You'll even see differences among suppliers dealing in the same wood species. To put things on a level playing field, deal with the botanical names of these woods (like the genus/species Hymenaea courbaril mentioned above - you can look them up or ask the supplier). That way you'll be comparing apples to apples when comparing products among suppliers.
Despite their name, not all exotic wood floors come with exotic prices. Their cost really depends on the specific type of wood you choose and where you buy it.
For example, 3" x 3/4" Brazilian Cherry (Jatoba) can be had for $3 to $10 per square foot, uninstalled. Teak can run from $6 to $13 per square foot. On the higher side, Wenge will cost upwards of $20 per square foot. Wider planks will cost more than their narrower counterparts regardless of wood type.
Where you buy the wood plays a role too. Online flooring retailers generally have lower prices and put their products on sale from time to time. Freight charges will be an added cost unless you find a source with a deal on free shipping.
To give you some concrete examples, here are some prices for exotic wood flooring based on wood type. They represent a random sampling from various sources:
|Wood Species||Cost Range Per Sq. Foot|
|Brazilian Cherry||$3 - $10|
|Teak||$6 - $15|
|Rosewood||$4 - $9|
|Tigerwood||$4 - $10|
|Santos Mahogany||$4 - $10|
|Brazilian Walnut||$4 - $10|
|Wenge||$17 - $20|
The bottom line on cost is that it pays to shop around. The more 'common' exotic woods, like Jatoba for example, are more readily available and are typically priced on the lower side. Wenge has limited availability so you'll see fewer sources and will pay more.
Just remember to keep in mind the source of the wood when you do your shopping. Not all wood is obtained using sustainable forestry management practices. Some exotic wood is harvested illegally and sometimes at the expense (not the benefit) of the local communities. Wood obtained in this way doesn't offset even the lowest price you may find.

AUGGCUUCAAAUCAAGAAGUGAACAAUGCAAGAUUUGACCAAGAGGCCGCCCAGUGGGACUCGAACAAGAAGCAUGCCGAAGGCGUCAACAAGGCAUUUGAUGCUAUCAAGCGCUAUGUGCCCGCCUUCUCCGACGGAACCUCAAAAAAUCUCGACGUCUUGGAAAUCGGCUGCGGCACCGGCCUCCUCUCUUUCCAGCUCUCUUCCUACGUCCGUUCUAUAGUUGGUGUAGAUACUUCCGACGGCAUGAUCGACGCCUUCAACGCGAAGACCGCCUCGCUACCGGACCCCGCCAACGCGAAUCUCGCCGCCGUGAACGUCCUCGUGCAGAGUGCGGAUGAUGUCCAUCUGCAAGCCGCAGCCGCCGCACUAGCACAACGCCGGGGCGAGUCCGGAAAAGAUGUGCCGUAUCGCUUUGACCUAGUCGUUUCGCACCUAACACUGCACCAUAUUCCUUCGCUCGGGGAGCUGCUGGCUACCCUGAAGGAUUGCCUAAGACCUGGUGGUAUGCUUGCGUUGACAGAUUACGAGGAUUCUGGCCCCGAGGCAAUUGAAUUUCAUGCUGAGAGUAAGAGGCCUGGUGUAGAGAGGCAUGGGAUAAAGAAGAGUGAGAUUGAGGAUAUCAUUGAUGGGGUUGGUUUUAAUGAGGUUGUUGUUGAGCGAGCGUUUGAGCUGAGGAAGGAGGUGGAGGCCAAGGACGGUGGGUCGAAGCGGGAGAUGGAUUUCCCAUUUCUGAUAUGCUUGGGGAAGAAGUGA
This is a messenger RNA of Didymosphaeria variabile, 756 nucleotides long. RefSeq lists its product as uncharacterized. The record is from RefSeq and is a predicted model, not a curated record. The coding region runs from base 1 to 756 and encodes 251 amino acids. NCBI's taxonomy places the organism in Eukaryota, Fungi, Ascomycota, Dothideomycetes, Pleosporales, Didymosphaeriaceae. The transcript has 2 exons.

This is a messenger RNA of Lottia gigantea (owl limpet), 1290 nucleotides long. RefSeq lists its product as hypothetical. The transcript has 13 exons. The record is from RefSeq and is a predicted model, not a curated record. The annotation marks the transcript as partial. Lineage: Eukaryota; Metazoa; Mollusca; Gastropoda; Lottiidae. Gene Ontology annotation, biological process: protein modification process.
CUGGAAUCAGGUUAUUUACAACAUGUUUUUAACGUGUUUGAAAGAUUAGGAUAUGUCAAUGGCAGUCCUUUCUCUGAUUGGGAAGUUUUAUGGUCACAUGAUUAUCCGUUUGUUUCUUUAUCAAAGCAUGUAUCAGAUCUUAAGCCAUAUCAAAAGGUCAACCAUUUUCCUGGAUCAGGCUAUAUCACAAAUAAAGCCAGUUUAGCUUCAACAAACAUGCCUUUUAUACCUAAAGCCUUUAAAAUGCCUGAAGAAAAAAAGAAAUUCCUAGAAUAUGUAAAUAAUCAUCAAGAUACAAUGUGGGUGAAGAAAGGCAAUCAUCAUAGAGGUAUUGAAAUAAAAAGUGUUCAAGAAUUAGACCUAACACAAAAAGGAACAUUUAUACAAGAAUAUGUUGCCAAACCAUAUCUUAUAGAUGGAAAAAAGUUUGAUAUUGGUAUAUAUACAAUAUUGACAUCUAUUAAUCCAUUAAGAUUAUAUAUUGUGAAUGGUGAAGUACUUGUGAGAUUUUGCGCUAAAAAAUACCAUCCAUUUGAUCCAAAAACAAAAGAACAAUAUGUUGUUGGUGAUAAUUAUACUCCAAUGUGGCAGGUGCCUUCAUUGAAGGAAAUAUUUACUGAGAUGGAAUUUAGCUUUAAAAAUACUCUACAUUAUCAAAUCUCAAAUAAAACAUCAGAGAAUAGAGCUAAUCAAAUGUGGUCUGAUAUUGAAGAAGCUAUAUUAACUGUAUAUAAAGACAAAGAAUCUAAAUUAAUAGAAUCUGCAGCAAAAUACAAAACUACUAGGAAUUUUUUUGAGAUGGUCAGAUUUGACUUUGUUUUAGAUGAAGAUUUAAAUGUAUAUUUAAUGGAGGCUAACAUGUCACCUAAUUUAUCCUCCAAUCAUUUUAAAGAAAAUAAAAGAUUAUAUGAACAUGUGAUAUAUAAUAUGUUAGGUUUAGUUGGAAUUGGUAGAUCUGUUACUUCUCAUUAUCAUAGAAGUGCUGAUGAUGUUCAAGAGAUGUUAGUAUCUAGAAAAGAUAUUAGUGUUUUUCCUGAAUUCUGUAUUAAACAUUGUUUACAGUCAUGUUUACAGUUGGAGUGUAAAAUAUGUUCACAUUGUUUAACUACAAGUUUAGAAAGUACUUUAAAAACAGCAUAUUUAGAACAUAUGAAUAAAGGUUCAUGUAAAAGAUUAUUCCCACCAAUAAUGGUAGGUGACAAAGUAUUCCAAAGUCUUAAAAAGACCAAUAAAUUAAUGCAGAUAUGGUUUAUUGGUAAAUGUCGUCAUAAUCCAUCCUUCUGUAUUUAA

Exotic hardwood floors aren't difficult to find as they're produced and sold by numerous sources, from large floor manufacturers to smaller specialty companies.
The larger floor manufacturers like Armstrong®, Shaw® and Mannington® all carry exotic woods as part of their hardwood product lineup. You can find their products at home centers and other retailers specializing in flooring.
There are also other smaller specialty companies that deal in exotic hardwood floors. Many of these sell the products directly or through online flooring retailers, rather than through brick-and-mortar floor stores.
If you're interested in finding exotic flooring from sellers that have FSC certification (meaning the wood is sourced from sustainably managed forests), check out the following suppliers:
If you'd like some help finding local sources for hardwood flooring, whether it be for an exotic hardwood species or something more common, fill out the form below. What it will do is locate wood flooring contractors in your local area who can provide you with a free estimate for your particular project. These contractors will contact you at your convenience and all estimates are no-cost and carry no obligation.
It's a helpful way to have qualified leads come to you and takes the hassle out of searching your local area to find potential candidates.